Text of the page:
Commentary on the junta’s rigged election I

19 10 2018

There have been several recent articles on the junta’s rigged election. We will look at some of these in this and further posts.

PPT kind of liked a piece at Deutsche Welle that begins with a statement of fact that has been neglected by other media: “Thailand’s military government says it wants to hold elections early next year, after the generals cemented their control over the state and its institutions.”

Academic Wolfram Schaffar says there’s “growing discontent even among sections that have been traditionally close to the military” over its repeated failure to keep its promises on elections and to stick in power.

We are not convinced that the 2014 military coup was “met with widespread approval,” or that the DW characterization of the period prior to the coup is accurate.

It is on stronger ground when quoting Schaffar as saying that the “military took over not to repair democracy, but to stay in power indefinitely…”, or at least to ensure that no real electoral democracy emerged.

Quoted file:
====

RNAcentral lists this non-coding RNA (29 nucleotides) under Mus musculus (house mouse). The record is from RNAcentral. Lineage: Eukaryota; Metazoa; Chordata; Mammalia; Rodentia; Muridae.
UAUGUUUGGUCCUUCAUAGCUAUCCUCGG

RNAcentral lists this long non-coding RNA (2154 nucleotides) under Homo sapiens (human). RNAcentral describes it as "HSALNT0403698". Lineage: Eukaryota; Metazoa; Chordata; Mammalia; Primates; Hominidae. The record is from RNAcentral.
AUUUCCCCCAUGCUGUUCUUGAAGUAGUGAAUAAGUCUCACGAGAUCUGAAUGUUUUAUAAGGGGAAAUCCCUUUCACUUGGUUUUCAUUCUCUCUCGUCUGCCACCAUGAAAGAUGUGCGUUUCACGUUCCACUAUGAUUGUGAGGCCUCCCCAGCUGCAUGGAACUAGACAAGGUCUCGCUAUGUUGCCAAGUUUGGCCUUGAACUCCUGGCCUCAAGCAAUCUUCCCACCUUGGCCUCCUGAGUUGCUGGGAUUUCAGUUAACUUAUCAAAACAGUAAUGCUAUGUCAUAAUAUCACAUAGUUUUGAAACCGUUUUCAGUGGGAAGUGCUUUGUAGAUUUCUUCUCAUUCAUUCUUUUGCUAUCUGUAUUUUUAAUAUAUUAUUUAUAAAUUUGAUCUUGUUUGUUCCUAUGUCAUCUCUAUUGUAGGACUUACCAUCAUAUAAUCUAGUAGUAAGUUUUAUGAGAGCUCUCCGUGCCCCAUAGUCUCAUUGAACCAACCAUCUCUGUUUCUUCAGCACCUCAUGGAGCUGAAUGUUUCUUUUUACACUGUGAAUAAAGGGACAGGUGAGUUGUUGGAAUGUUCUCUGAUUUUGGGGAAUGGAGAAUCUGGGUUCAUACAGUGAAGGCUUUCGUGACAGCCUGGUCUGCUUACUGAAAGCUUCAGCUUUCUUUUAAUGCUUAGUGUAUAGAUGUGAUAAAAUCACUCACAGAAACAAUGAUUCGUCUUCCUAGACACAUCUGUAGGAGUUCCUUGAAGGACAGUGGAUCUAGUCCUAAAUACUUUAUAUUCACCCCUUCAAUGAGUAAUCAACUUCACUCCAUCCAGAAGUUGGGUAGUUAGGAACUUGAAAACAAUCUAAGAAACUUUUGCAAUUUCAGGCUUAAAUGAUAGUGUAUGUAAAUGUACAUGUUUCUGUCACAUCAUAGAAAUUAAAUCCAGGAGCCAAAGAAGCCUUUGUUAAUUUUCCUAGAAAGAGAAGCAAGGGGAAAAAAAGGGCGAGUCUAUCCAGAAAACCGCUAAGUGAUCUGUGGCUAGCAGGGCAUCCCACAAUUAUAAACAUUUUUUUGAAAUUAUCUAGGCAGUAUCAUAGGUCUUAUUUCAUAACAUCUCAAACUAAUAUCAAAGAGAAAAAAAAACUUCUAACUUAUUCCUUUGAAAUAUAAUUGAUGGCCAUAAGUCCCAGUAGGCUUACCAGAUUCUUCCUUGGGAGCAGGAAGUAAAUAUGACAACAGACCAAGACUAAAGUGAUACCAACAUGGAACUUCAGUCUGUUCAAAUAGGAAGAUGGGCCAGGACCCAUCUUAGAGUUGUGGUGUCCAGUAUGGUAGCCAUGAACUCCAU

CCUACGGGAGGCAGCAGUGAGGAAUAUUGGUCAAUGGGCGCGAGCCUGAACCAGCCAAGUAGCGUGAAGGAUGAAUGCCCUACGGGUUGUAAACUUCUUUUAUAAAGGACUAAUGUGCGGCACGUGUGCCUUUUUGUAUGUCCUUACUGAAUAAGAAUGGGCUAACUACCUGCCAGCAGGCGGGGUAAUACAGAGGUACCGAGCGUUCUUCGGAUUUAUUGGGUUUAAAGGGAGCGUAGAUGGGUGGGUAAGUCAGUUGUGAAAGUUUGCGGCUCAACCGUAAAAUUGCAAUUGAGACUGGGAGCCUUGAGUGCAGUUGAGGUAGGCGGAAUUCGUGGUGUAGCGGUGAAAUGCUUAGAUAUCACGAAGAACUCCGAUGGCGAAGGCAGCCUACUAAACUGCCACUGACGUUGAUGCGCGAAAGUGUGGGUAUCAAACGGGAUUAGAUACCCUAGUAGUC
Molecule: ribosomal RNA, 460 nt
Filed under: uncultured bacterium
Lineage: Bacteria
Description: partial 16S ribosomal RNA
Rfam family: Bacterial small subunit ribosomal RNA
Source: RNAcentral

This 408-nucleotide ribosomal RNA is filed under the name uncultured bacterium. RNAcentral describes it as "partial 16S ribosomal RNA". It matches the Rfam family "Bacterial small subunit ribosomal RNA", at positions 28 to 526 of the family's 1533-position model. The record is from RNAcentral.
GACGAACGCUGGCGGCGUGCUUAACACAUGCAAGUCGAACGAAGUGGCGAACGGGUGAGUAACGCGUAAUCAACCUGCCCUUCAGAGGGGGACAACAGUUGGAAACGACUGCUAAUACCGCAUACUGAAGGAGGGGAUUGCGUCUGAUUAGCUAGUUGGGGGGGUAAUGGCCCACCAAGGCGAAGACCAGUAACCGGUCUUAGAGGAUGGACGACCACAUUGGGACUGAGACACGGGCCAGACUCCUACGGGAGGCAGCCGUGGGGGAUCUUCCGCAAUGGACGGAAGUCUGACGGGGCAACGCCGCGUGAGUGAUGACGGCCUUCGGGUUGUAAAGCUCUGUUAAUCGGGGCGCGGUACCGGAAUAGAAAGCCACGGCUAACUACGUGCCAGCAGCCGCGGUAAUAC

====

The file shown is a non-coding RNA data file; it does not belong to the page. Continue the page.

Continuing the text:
It notes the rigging of the rules via an anti-democratic constitution, approved in a rigged referendum where “all sorts of restrictions were imposed, including barring any public discussion over the constitution as well as curtailing the freedom of expression, assembly and the press.”

The resulting rules mean “a weakening of the Thai parliament and strengthened the hand of the prime minister.” Schaffar says the “military is now closely intertwined with the country’s political bodies and institutions…”.

He correctly observes that the “next elections will not be free and fair.”

DW also notes that the “military stands above everything and will likely retain its dominant position…”. It also notes the unfairness of the current regime that campaigns for elections while banning its opponents from organizing and campaigning.

Free election? No. Fair election? No.


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